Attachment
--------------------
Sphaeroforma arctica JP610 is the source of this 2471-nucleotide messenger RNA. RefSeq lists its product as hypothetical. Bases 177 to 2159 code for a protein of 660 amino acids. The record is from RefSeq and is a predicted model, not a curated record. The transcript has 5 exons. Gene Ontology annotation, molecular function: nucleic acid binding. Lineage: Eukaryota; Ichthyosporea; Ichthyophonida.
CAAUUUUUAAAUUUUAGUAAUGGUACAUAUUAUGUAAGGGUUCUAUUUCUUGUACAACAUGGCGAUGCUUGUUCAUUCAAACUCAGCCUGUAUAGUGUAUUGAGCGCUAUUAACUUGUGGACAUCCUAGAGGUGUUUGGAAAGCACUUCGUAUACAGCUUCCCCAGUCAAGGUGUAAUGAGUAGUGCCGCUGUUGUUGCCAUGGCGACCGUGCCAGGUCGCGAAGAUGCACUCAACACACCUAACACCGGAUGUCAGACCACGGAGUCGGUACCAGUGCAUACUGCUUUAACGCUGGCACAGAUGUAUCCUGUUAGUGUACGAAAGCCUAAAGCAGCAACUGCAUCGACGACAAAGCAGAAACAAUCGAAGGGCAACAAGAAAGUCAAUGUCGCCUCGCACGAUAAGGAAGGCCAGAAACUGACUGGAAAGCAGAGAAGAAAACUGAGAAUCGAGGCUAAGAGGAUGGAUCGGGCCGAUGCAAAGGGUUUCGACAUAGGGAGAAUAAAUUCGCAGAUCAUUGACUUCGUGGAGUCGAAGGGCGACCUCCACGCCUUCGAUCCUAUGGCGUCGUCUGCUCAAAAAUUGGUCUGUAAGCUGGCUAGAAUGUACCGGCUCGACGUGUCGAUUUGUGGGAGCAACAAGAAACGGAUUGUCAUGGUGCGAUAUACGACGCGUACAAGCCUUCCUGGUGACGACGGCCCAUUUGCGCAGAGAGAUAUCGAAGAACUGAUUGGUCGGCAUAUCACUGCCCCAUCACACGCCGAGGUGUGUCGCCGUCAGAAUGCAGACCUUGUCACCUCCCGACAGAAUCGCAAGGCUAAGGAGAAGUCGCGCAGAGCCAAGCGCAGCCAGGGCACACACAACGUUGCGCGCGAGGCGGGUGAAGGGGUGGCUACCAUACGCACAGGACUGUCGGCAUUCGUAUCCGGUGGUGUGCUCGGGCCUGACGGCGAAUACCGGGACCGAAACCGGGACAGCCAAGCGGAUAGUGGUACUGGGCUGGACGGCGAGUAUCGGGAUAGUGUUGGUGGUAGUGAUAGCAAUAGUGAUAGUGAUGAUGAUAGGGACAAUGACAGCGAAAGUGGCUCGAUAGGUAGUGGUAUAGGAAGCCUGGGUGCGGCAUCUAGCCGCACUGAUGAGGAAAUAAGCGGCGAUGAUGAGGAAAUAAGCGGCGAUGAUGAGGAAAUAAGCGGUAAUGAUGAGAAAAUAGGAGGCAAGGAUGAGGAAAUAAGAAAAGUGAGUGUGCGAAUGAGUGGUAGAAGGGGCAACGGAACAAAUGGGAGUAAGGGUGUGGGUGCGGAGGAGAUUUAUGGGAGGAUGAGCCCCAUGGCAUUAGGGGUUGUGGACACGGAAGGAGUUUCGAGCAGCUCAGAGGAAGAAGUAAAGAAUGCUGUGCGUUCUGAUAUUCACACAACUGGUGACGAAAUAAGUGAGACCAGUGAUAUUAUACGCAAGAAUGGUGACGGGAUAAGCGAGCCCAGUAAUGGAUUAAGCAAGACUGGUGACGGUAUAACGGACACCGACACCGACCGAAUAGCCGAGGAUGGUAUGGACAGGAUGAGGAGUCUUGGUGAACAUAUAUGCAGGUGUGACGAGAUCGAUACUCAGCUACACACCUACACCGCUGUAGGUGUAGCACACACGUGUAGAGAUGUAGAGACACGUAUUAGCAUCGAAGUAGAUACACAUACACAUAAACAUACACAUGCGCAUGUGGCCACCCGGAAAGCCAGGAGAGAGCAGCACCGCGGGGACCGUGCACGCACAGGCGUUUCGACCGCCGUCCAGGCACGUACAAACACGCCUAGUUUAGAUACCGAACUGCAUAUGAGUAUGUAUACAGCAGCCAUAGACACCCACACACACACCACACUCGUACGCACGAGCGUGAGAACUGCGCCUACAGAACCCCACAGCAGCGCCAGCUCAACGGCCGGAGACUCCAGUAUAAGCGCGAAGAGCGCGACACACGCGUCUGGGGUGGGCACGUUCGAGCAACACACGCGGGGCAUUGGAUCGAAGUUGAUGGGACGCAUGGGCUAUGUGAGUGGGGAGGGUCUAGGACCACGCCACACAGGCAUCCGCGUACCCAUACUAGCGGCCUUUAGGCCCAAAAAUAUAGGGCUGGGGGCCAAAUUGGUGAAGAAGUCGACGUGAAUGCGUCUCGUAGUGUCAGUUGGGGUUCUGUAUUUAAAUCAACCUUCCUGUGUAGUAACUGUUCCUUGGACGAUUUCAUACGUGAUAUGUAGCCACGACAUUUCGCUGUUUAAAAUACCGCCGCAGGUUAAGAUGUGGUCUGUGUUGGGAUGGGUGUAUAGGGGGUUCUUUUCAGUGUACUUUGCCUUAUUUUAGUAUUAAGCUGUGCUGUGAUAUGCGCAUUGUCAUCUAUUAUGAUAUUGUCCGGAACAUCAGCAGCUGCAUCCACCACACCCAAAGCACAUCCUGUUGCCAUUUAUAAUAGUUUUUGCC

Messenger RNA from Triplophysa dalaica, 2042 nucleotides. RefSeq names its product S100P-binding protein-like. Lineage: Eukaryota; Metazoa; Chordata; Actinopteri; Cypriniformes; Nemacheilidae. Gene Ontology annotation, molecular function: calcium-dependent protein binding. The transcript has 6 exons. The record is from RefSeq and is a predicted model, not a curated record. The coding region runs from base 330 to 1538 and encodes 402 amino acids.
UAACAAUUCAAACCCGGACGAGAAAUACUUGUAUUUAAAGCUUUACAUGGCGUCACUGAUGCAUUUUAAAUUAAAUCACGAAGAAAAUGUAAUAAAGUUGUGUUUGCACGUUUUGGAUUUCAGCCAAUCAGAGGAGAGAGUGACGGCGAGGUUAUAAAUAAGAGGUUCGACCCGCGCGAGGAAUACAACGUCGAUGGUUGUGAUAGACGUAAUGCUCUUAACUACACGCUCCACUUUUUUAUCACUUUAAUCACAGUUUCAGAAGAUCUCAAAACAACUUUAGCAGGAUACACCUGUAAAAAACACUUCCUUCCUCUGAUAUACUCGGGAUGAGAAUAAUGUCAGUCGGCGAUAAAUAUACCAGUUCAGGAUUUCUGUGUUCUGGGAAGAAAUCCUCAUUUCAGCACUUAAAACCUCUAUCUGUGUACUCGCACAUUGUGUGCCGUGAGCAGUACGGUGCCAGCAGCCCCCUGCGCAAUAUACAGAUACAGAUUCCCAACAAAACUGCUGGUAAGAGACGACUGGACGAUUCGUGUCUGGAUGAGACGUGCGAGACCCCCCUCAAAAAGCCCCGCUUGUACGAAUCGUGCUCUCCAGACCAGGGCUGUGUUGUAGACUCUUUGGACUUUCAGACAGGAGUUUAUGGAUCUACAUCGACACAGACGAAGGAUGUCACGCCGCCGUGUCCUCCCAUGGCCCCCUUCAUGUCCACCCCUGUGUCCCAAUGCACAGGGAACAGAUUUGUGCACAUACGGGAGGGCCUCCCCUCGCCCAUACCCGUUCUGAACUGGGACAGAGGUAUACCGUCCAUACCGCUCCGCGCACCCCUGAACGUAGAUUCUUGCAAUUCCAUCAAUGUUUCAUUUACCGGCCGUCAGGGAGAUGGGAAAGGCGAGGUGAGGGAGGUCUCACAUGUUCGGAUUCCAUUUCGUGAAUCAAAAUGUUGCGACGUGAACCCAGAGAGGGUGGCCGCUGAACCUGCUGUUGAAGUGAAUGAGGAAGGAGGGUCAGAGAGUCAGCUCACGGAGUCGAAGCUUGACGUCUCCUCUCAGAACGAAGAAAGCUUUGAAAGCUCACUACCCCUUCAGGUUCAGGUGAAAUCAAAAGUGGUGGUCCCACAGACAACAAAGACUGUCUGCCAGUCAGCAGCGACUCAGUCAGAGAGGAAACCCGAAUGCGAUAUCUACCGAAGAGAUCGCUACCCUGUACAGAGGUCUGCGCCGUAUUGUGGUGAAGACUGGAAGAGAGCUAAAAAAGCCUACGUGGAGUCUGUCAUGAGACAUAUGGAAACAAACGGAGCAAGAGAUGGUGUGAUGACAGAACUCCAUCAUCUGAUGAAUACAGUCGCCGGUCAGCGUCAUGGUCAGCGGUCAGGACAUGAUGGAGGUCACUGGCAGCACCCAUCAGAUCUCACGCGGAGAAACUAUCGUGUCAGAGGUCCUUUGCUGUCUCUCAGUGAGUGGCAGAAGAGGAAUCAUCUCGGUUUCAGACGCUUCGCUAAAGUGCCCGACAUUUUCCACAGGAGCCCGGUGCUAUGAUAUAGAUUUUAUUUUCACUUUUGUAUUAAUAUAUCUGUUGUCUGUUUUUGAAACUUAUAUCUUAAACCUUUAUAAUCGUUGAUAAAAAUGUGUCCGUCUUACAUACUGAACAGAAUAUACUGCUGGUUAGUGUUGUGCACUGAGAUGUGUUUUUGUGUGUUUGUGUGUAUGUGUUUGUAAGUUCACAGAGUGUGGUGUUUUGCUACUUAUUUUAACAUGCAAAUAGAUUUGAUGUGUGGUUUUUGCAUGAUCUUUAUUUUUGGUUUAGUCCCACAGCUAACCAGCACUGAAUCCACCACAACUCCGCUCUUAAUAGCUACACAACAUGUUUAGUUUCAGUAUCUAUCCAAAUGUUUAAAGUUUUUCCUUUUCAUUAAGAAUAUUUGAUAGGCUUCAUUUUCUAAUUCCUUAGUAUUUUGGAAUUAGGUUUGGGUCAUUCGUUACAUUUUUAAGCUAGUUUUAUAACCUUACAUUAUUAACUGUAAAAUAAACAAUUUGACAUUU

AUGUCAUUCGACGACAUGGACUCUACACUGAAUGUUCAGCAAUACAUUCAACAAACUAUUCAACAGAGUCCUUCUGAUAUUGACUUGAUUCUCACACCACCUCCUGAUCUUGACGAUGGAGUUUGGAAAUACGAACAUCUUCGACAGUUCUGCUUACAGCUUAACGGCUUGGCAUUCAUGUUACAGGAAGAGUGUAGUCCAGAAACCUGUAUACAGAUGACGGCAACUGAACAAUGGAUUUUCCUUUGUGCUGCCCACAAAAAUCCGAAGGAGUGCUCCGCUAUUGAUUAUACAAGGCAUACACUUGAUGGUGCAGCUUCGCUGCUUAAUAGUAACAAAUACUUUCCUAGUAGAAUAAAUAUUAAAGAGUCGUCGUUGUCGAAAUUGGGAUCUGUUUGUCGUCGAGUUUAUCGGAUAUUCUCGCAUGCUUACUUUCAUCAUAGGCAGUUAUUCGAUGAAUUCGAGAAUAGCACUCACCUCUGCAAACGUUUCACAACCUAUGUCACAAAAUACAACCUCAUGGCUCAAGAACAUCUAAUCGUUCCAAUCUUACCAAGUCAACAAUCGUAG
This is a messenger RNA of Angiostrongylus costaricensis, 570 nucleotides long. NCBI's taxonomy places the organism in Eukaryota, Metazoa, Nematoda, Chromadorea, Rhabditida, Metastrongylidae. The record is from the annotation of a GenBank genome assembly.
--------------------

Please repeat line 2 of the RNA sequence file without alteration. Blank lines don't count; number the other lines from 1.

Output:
CAAUUUUUAAAUUUUAGUAAUGGUACAUAUUAUGUAAGGGUUCUAUUUCUUGUACAACAUGGCGAUGCUUGUUCAUUCAAACUCAGCCUGUAUAGUGUAUUGAGCGCUAUUAACUUGUGGACAUCCUAGAGGUGUUUGGAAAGCACUUCGUAUACAGCUUCCCCAGUCAAGGUGUAAUGAGUAGUGCCGCUGUUGUUGCCAUGGCGACCGUGCCAGGUCGCGAAGAUGCACUCAACACACCUAACACCGGAUGUCAGACCACGGAGUCGGUACCAGUGCAUACUGCUUUAACGCUGGCACAGAUGUAUCCUGUUAGUGUACGAAAGCCUAAAGCAGCAACUGCAUCGACGACAAAGCAGAAACAAUCGAAGGGCAACAAGAAAGUCAAUGUCGCCUCGCACGAUAAGGAAGGCCAGAAACUGACUGGAAAGCAGAGAAGAAAACUGAGAAUCGAGGCUAAGAGGAUGGAUCGGGCCGAUGCAAAGGGUUUCGACAUAGGGAGAAUAAAUUCGCAGAUCAUUGACUUCGUGGAGUCGAAGGGCGACCUCCACGCCUUCGAUCCUAUGGCGUCGUCUGCUCAAAAAUUGGUCUGUAAGCUGGCUAGAAUGUACCGGCUCGACGUGUCGAUUUGUGGGAGCAACAAGAAACGGAUUGUCAUGGUGCGAUAUACGACGCGUACAAGCCUUCCUGGUGACGACGGCCCAUUUGCGCAGAGAGAUAUCGAAGAACUGAUUGGUCGGCAUAUCACUGCCCCAUCACACGCCGAGGUGUGUCGCCGUCAGAAUGCAGACCUUGUCACCUCCCGACAGAAUCGCAAGGCUAAGGAGAAGUCGCGCAGAGCCAAGCGCAGCCAGGGCACACACAACGUUGCGCGCGAGGCGGGUGAAGGGGUGGCUACCAUACGCACAGGACUGUCGGCAUUCGUAUCCGGUGGUGUGCUCGGGCCUGACGGCGAAUACCGGGACCGAAACCGGGACAGCCAAGCGGAUAGUGGUACUGGGCUGGACGGCGAGUAUCGGGAUAGUGUUGGUGGUAGUGAUAGCAAUAGUGAUAGUGAUGAUGAUAGGGACAAUGACAGCGAAAGUGGCUCGAUAGGUAGUGGUAUAGGAAGCCUGGGUGCGGCAUCUAGCCGCACUGAUGAGGAAAUAAGCGGCGAUGAUGAGGAAAUAAGCGGCGAUGAUGAGGAAAUAAGCGGUAAUGAUGAGAAAAUAGGAGGCAAGGAUGAGGAAAUAAGAAAAGUGAGUGUGCGAAUGAGUGGUAGAAGGGGCAACGGAACAAAUGGGAGUAAGGGUGUGGGUGCGGAGGAGAUUUAUGGGAGGAUGAGCCCCAUGGCAUUAGGGGUUGUGGACACGGAAGGAGUUUCGAGCAGCUCAGAGGAAGAAGUAAAGAAUGCUGUGCGUUCUGAUAUUCACACAACUGGUGACGAAAUAAGUGAGACCAGUGAUAUUAUACGCAAGAAUGGUGACGGGAUAAGCGAGCCCAGUAAUGGAUUAAGCAAGACUGGUGACGGUAUAACGGACACCGACACCGACCGAAUAGCCGAGGAUGGUAUGGACAGGAUGAGGAGUCUUGGUGAACAUAUAUGCAGGUGUGACGAGAUCGAUACUCAGCUACACACCUACACCGCUGUAGGUGUAGCACACACGUGUAGAGAUGUAGAGACACGUAUUAGCAUCGAAGUAGAUACACAUACACAUAAACAUACACAUGCGCAUGUGGCCACCCGGAAAGCCAGGAGAGAGCAGCACCGCGGGGACCGUGCACGCACAGGCGUUUCGACCGCCGUCCAGGCACGUACAAACACGCCUAGUUUAGAUACCGAACUGCAUAUGAGUAUGUAUACAGCAGCCAUAGACACCCACACACACACCACACUCGUACGCACGAGCGUGAGAACUGCGCCUACAGAACCCCACAGCAGCGCCAGCUCAACGGCCGGAGACUCCAGUAUAAGCGCGAAGAGCGCGACACACGCGUCUGGGGUGGGCACGUUCGAGCAACACACGCGGGGCAUUGGAUCGAAGUUGAUGGGACGCAUGGGCUAUGUGAGUGGGGAGGGUCUAGGACCACGCCACACAGGCAUCCGCGUACCCAUACUAGCGGCCUUUAGGCCCAAAAAUAUAGGGCUGGGGGCCAAAUUGGUGAAGAAGUCGACGUGAAUGCGUCUCGUAGUGUCAGUUGGGGUUCUGUAUUUAAAUCAACCUUCCUGUGUAGUAACUGUUCCUUGGACGAUUUCAUACGUGAUAUGUAGCCACGACAUUUCGCUGUUUAAAAUACCGCCGCAGGUUAAGAUGUGGUCUGUGUUGGGAUGGGUGUAUAGGGGGUUCUUUUCAGUGUACUUUGCCUUAUUUUAGUAUUAAGCUGUGCUGUGAUAUGCGCAUUGUCAUCUAUUAUGAUAUUGUCCGGAACAUCAGCAGCUGCAUCCACCACACCCAAAGCACAUCCUGUUGCCAUUUAUAAUAGUUUUUGCC